Shale Gas – Natural, but is it safe? Protesters claim “No Fracking Way!”

A swarm of frustrated Americans descended upon the District of Columbia on Saturday afternoon, to participate in the first national mobilization against hydraulic fracturing.  The process involves injecting incredible amounts of water and chemicals into the earth, which cracks, thus creating a pathway for trapped natural gas to escape.

Travelers of all ages hailed from Tennessee, Kentucky, the Virginias and Maryland.  Still more made the trek down from Ohio and Pennsylvania.  Each had in common residence in a state located above the Marcellus Shale, proposed to be the world’s 2nd largest natural gas cache.  They also shared a common goal – Stop Fracking Now.

For the past few years, the gas and oil industries have been ushering in natural gas extraction as a means of showing environmental initiative.  They’ve also been profiting on patriotism, claiming to be creating more secure jobs for Americans and decreasing our dependence on foreign oil.  Unfortunately, it seems to be another typical case of greenwashing.

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The Chesapeake Climate Action Network, a non-profit organization fighting global warming in Maryland, Virginia, and Washington D.C., gathered to rally at the Spirit of Justice Park around 1p.m.  There CCAN’s Executive Director, Mike Tidwell, spoke to concerned citizens.  By 2 o’ clock, a crowd of hot and bothered “fracktivists” were rallied outside the nation’s Capitol.  A slew of notable speakers included environmental leader Bill McKibben, founder of grassroots climate campaign 350.org; Calvin Tillman, former Mayor of DISH, Texas;  Allison Chin, Board President of the Sierra Cluband GASLAND director, Josh Fox.  Other celebrities who endorsed the call to action were Dr. Cornel West, philosopher and eco-activist Vandana Shiva, actor Mark Ruffalo, American folk singer Pete Seeger, actress Margot Kidder, and head of the NASA Goddard Institute for Space Studies in New York City, James Hansen.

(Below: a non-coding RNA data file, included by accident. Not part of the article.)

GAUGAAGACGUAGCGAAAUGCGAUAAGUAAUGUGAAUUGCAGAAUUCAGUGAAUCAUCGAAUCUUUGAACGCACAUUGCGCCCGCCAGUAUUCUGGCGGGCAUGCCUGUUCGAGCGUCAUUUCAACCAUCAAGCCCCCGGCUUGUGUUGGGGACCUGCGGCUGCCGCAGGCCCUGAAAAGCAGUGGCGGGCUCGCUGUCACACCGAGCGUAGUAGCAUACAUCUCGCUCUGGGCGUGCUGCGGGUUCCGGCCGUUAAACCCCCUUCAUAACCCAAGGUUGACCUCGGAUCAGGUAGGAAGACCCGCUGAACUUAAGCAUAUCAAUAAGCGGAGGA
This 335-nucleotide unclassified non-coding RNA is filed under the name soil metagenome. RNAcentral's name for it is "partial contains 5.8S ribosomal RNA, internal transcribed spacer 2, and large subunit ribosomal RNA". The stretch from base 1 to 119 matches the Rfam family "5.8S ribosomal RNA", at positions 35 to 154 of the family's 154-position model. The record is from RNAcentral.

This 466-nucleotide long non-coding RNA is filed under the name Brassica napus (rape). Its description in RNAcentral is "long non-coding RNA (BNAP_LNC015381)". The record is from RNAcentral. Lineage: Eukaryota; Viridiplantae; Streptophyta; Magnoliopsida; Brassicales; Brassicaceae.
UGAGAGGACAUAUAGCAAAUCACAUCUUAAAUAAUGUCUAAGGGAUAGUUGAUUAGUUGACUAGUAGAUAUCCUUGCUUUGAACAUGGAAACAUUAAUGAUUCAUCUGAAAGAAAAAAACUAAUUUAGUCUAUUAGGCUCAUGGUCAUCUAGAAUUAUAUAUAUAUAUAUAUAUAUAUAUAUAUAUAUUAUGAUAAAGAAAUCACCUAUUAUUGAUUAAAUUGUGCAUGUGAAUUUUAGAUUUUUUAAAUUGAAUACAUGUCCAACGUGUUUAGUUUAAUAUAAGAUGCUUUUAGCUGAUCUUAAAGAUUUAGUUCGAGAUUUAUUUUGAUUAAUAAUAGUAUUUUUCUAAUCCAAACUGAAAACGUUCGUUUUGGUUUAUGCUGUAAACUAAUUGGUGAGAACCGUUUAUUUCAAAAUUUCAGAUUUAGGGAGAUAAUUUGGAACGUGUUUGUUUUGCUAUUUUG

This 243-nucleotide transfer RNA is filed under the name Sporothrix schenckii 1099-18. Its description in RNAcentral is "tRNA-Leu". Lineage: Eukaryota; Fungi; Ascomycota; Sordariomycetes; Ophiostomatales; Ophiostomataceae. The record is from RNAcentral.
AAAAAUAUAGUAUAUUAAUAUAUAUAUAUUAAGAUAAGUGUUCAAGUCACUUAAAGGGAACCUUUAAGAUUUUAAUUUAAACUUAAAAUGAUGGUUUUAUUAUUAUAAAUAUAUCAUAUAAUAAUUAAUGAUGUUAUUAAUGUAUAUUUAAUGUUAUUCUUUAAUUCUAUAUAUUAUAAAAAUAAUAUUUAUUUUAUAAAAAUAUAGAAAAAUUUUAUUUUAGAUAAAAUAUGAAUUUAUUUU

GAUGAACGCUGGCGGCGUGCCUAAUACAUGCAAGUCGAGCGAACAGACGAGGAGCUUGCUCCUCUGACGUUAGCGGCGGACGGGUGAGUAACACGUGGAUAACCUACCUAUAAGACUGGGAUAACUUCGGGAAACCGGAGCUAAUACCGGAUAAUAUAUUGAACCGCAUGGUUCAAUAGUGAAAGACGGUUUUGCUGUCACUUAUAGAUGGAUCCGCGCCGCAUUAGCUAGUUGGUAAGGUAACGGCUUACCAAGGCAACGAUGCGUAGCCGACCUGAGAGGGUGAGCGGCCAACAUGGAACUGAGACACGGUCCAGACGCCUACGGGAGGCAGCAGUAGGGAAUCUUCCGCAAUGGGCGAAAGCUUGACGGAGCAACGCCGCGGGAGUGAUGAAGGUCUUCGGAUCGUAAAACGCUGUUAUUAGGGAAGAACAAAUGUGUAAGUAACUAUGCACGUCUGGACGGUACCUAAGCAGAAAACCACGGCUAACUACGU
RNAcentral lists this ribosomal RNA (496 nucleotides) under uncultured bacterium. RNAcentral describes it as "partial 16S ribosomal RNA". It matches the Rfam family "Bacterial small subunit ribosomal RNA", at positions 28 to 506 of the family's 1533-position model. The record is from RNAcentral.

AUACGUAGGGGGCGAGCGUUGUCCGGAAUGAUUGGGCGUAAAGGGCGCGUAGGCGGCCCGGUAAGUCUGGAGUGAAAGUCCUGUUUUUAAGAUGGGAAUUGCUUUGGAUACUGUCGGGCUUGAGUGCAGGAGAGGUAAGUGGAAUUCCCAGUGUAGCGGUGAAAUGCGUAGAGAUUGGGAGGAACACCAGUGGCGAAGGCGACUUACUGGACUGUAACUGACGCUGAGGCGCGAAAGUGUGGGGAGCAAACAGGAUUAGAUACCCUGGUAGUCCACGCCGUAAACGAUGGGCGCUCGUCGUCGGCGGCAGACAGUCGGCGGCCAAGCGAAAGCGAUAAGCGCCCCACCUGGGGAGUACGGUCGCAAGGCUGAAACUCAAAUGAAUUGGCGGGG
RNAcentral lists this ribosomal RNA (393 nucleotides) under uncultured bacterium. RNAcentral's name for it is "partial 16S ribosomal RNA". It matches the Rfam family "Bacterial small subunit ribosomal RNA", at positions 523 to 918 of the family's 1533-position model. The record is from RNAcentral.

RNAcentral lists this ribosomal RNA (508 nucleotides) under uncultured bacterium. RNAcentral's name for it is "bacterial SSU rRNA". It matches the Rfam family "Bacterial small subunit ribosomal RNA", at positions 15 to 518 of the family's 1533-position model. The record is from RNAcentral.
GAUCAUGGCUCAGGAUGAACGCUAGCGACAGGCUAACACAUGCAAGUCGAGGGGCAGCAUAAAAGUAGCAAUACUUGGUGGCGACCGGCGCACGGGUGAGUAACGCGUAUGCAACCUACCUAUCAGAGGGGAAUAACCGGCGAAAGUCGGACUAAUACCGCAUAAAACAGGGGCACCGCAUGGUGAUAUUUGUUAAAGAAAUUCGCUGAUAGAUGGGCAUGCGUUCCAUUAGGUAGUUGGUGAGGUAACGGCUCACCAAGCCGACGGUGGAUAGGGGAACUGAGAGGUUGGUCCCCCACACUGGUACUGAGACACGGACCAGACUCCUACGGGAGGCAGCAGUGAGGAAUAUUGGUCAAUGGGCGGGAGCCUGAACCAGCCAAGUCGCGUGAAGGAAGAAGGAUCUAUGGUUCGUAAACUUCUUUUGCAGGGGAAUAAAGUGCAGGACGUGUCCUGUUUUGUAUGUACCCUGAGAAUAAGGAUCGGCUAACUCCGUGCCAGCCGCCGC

All have joined efforts to put an immediate halt on the controversial process of natural gas extraction, due to increased risks to public and environmental health.  Mal effects consist of rising cancer rates, contaminated drinking water, air polluted with toxic and radioactive materials such as Mercury, Benzene, Radium, Uranium; and seismic activity in areas unfamiliar to earthquakes.

All afternoon, throngs of protesters marched through streets and parks from South to Northwest D.C.  Along the route, they paused to deliver jugs of contaminated water to the headquarters of the American Natural Gas Alliance and to show their disdain for the American Petroleum Institute.  Police escorts halted traffic to allow demonstrators to pass.

Among them, two sobbing women clung to each other for support.  One carried a sign which read “A LIFE LOSTIN THE RUSH TO DRILL.”  The letters stood bold above photos of a young man and his two small children.  The man was Charles Bevins III, the 23 year old brother of Charlotte Bevins.